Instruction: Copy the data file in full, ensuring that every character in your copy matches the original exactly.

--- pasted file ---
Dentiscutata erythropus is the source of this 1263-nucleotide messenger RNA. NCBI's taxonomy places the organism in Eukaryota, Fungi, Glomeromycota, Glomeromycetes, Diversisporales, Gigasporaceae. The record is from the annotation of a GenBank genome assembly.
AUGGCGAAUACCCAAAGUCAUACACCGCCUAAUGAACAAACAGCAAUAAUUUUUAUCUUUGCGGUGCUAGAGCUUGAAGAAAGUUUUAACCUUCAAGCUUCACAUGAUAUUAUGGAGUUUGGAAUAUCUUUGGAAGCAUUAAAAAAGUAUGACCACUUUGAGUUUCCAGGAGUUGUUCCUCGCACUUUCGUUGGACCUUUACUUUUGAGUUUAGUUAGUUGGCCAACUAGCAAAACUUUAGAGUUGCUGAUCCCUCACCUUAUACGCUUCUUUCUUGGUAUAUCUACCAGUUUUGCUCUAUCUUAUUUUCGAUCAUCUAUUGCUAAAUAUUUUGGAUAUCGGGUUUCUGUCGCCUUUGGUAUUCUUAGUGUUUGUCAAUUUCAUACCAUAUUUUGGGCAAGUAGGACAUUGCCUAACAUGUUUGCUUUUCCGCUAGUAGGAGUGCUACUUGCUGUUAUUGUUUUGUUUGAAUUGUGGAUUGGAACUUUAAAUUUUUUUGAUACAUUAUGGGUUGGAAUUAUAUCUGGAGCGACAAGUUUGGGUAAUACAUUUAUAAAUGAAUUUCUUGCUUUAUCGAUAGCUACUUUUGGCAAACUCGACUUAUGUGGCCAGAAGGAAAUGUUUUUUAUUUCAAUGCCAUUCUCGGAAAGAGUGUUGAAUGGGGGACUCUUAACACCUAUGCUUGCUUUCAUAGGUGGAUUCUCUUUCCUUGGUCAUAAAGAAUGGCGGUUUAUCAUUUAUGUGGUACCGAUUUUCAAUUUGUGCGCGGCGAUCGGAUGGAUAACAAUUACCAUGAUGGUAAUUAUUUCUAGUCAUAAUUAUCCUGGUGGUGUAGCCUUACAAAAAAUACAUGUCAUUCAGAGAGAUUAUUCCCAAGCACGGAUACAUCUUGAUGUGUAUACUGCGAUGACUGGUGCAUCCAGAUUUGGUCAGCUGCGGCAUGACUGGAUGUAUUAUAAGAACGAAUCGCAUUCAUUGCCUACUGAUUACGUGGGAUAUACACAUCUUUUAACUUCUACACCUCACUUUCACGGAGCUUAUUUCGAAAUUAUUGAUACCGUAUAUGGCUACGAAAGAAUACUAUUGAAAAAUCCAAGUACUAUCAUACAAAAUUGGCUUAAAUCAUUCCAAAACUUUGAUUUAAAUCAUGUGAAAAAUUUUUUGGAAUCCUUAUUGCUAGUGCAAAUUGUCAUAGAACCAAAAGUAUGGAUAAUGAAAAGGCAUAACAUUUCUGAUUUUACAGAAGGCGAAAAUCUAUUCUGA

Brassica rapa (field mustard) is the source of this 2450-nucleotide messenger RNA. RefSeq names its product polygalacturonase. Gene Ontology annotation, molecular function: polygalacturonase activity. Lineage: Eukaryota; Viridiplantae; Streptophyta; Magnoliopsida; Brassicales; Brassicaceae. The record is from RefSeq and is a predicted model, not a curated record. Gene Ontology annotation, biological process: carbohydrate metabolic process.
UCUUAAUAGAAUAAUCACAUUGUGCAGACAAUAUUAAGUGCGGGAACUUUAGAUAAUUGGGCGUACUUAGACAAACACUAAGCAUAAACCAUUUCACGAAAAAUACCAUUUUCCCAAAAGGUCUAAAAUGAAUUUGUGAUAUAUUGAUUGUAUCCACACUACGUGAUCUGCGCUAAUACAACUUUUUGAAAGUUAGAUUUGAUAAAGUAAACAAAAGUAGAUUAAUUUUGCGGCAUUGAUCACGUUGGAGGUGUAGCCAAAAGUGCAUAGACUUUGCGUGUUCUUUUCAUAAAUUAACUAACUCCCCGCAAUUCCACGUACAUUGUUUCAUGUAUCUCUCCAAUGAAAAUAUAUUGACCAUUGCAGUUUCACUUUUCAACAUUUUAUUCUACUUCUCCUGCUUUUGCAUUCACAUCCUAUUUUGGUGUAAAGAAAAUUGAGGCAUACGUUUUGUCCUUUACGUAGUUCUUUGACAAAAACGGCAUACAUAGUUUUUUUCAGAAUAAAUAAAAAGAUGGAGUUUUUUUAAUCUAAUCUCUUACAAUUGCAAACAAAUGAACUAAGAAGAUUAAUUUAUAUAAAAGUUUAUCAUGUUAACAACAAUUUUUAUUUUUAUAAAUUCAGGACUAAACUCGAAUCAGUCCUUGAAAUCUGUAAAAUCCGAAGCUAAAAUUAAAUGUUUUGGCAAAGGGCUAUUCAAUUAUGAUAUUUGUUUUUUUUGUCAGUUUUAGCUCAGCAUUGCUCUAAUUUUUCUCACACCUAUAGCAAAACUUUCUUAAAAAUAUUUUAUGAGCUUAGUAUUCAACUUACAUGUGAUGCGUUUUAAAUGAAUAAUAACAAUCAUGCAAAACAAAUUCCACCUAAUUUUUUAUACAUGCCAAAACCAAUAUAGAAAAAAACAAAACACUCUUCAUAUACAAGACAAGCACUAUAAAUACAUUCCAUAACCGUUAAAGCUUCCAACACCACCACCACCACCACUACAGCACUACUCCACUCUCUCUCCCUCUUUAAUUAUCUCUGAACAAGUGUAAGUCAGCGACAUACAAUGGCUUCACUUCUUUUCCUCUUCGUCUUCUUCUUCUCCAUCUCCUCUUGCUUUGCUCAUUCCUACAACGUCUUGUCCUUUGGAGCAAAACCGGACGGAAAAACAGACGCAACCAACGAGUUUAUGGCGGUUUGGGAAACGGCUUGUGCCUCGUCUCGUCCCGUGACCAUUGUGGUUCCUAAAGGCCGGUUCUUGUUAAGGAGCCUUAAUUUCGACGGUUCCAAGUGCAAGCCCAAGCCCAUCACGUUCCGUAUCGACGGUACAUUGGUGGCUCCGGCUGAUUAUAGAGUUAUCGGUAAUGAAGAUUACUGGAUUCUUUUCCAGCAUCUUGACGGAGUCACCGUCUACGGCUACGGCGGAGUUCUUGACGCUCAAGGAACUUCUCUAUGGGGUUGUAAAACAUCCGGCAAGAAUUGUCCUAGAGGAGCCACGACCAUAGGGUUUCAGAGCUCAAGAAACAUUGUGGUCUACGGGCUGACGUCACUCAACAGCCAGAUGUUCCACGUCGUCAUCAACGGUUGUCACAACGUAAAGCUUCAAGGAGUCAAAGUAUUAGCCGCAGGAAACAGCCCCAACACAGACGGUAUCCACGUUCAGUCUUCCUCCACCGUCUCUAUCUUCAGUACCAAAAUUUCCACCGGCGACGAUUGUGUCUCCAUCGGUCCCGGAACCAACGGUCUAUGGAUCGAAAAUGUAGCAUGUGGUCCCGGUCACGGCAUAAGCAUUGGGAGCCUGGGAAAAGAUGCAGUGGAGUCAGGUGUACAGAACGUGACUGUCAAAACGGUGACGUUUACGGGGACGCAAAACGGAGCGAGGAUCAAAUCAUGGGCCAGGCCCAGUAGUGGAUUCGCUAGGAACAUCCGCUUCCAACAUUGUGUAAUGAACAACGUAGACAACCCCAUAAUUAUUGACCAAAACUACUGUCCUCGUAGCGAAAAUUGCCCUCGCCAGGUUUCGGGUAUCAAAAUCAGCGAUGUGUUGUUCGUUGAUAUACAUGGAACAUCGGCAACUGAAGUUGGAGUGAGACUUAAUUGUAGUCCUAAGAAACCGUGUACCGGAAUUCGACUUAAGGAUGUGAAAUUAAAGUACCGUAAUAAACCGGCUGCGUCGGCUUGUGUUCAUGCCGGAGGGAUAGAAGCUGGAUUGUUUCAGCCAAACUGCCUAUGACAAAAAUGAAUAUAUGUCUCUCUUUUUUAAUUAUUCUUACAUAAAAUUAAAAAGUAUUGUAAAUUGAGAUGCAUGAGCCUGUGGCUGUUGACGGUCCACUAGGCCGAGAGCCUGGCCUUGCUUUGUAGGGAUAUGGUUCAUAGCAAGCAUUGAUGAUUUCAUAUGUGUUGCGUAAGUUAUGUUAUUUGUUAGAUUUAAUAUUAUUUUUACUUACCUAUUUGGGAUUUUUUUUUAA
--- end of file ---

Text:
Dentiscutata erythropus is the source of this 1263-nucleotide messenger RNA. NCBI's taxonomy places the organism in Eukaryota, Fungi, Glomeromycota, Glomeromycetes, Diversisporales, Gigasporaceae. The record is from the annotation of a GenBank genome assembly.
AUGGCGAAUACCCAAAGUCAUACACCGCCUAAUGAACAAACAGCAAUAAUUUUUAUCUUUGCGGUGCUAGAGCUUGAAGAAAGUUUUAACCUUCAAGCUUCACAUGAUAUUAUGGAGUUUGGAAUAUCUUUGGAAGCAUUAAAAAAGUAUGACCACUUUGAGUUUCCAGGAGUUGUUCCUCGCACUUUCGUUGGACCUUUACUUUUGAGUUUAGUUAGUUGGCCAACUAGCAAAACUUUAGAGUUGCUGAUCCCUCACCUUAUACGCUUCUUUCUUGGUAUAUCUACCAGUUUUGCUCUAUCUUAUUUUCGAUCAUCUAUUGCUAAAUAUUUUGGAUAUCGGGUUUCUGUCGCCUUUGGUAUUCUUAGUGUUUGUCAAUUUCAUACCAUAUUUUGGGCAAGUAGGACAUUGCCUAACAUGUUUGCUUUUCCGCUAGUAGGAGUGCUACUUGCUGUUAUUGUUUUGUUUGAAUUGUGGAUUGGAACUUUAAAUUUUUUUGAUACAUUAUGGGUUGGAAUUAUAUCUGGAGCGACAAGUUUGGGUAAUACAUUUAUAAAUGAAUUUCUUGCUUUAUCGAUAGCUACUUUUGGCAAACUCGACUUAUGUGGCCAGAAGGAAAUGUUUUUUAUUUCAAUGCCAUUCUCGGAAAGAGUGUUGAAUGGGGGACUCUUAACACCUAUGCUUGCUUUCAUAGGUGGAUUCUCUUUCCUUGGUCAUAAAGAAUGGCGGUUUAUCAUUUAUGUGGUACCGAUUUUCAAUUUGUGCGCGGCGAUCGGAUGGAUAACAAUUACCAUGAUGGUAAUUAUUUCUAGUCAUAAUUAUCCUGGUGGUGUAGCCUUACAAAAAAUACAUGUCAUUCAGAGAGAUUAUUCCCAAGCACGGAUACAUCUUGAUGUGUAUACUGCGAUGACUGGUGCAUCCAGAUUUGGUCAGCUGCGGCAUGACUGGAUGUAUUAUAAGAACGAAUCGCAUUCAUUGCCUACUGAUUACGUGGGAUAUACACAUCUUUUAACUUCUACACCUCACUUUCACGGAGCUUAUUUCGAAAUUAUUGAUACCGUAUAUGGCUACGAAAGAAUACUAUUGAAAAAUCCAAGUACUAUCAUACAAAAUUGGCUUAAAUCAUUCCAAAACUUUGAUUUAAAUCAUGUGAAAAAUUUUUUGGAAUCCUUAUUGCUAGUGCAAAUUGUCAUAGAACCAAAAGUAUGGAUAAUGAAAAGGCAUAACAUUUCUGAUUUUACAGAAGGCGAAAAUCUAUUCUGA

Brassica rapa (field mustard) is the source of this 2450-nucleotide messenger RNA. RefSeq names its product polygalacturonase. Gene Ontology annotation, molecular function: polygalacturonase activity. Lineage: Eukaryota; Viridiplantae; Streptophyta; Magnoliopsida; Brassicales; Brassicaceae. The record is from RefSeq and is a predicted model, not a curated record. Gene Ontology annotation, biological process: carbohydrate metabolic process.
UCUUAAUAGAAUAAUCACAUUGUGCAGACAAUAUUAAGUGCGGGAACUUUAGAUAAUUGGGCGUACUUAGACAAACACUAAGCAUAAACCAUUUCACGAAAAAUACCAUUUUCCCAAAAGGUCUAAAAUGAAUUUGUGAUAUAUUGAUUGUAUCCACACUACGUGAUCUGCGCUAAUACAACUUUUUGAAAGUUAGAUUUGAUAAAGUAAACAAAAGUAGAUUAAUUUUGCGGCAUUGAUCACGUUGGAGGUGUAGCCAAAAGUGCAUAGACUUUGCGUGUUCUUUUCAUAAAUUAACUAACUCCCCGCAAUUCCACGUACAUUGUUUCAUGUAUCUCUCCAAUGAAAAUAUAUUGACCAUUGCAGUUUCACUUUUCAACAUUUUAUUCUACUUCUCCUGCUUUUGCAUUCACAUCCUAUUUUGGUGUAAAGAAAAUUGAGGCAUACGUUUUGUCCUUUACGUAGUUCUUUGACAAAAACGGCAUACAUAGUUUUUUUCAGAAUAAAUAAAAAGAUGGAGUUUUUUUAAUCUAAUCUCUUACAAUUGCAAACAAAUGAACUAAGAAGAUUAAUUUAUAUAAAAGUUUAUCAUGUUAACAACAAUUUUUAUUUUUAUAAAUUCAGGACUAAACUCGAAUCAGUCCUUGAAAUCUGUAAAAUCCGAAGCUAAAAUUAAAUGUUUUGGCAAAGGGCUAUUCAAUUAUGAUAUUUGUUUUUUUUGUCAGUUUUAGCUCAGCAUUGCUCUAAUUUUUCUCACACCUAUAGCAAAACUUUCUUAAAAAUAUUUUAUGAGCUUAGUAUUCAACUUACAUGUGAUGCGUUUUAAAUGAAUAAUAACAAUCAUGCAAAACAAAUUCCACCUAAUUUUUUAUACAUGCCAAAACCAAUAUAGAAAAAAACAAAACACUCUUCAUAUACAAGACAAGCACUAUAAAUACAUUCCAUAACCGUUAAAGCUUCCAACACCACCACCACCACCACUACAGCACUACUCCACUCUCUCUCCCUCUUUAAUUAUCUCUGAACAAGUGUAAGUCAGCGACAUACAAUGGCUUCACUUCUUUUCCUCUUCGUCUUCUUCUUCUCCAUCUCCUCUUGCUUUGCUCAUUCCUACAACGUCUUGUCCUUUGGAGCAAAACCGGACGGAAAAACAGACGCAACCAACGAGUUUAUGGCGGUUUGGGAAACGGCUUGUGCCUCGUCUCGUCCCGUGACCAUUGUGGUUCCUAAAGGCCGGUUCUUGUUAAGGAGCCUUAAUUUCGACGGUUCCAAGUGCAAGCCCAAGCCCAUCACGUUCCGUAUCGACGGUACAUUGGUGGCUCCGGCUGAUUAUAGAGUUAUCGGUAAUGAAGAUUACUGGAUUCUUUUCCAGCAUCUUGACGGAGUCACCGUCUACGGCUACGGCGGAGUUCUUGACGCUCAAGGAACUUCUCUAUGGGGUUGUAAAACAUCCGGCAAGAAUUGUCCUAGAGGAGCCACGACCAUAGGGUUUCAGAGCUCAAGAAACAUUGUGGUCUACGGGCUGACGUCACUCAACAGCCAGAUGUUCCACGUCGUCAUCAACGGUUGUCACAACGUAAAGCUUCAAGGAGUCAAAGUAUUAGCCGCAGGAAACAGCCCCAACACAGACGGUAUCCACGUUCAGUCUUCCUCCACCGUCUCUAUCUUCAGUACCAAAAUUUCCACCGGCGACGAUUGUGUCUCCAUCGGUCCCGGAACCAACGGUCUAUGGAUCGAAAAUGUAGCAUGUGGUCCCGGUCACGGCAUAAGCAUUGGGAGCCUGGGAAAAGAUGCAGUGGAGUCAGGUGUACAGAACGUGACUGUCAAAACGGUGACGUUUACGGGGACGCAAAACGGAGCGAGGAUCAAAUCAUGGGCCAGGCCCAGUAGUGGAUUCGCUAGGAACAUCCGCUUCCAACAUUGUGUAAUGAACAACGUAGACAACCCCAUAAUUAUUGACCAAAACUACUGUCCUCGUAGCGAAAAUUGCCCUCGCCAGGUUUCGGGUAUCAAAAUCAGCGAUGUGUUGUUCGUUGAUAUACAUGGAACAUCGGCAACUGAAGUUGGAGUGAGACUUAAUUGUAGUCCUAAGAAACCGUGUACCGGAAUUCGACUUAAGGAUGUGAAAUUAAAGUACCGUAAUAAACCGGCUGCGUCGGCUUGUGUUCAUGCCGGAGGGAUAGAAGCUGGAUUGUUUCAGCCAAACUGCCUAUGACAAAAAUGAAUAUAUGUCUCUCUUUUUUAAUUAUUCUUACAUAAAAUUAAAAAGUAUUGUAAAUUGAGAUGCAUGAGCCUGUGGCUGUUGACGGUCCACUAGGCCGAGAGCCUGGCCUUGCUUUGUAGGGAUAUGGUUCAUAGCAAGCAUUGAUGAUUUCAUAUGUGUUGCGUAAGUUAUGUUAUUUGUUAGAUUUAAUAUUAUUUUUACUUACCUAUUUGGGAUUUUUUUUUAA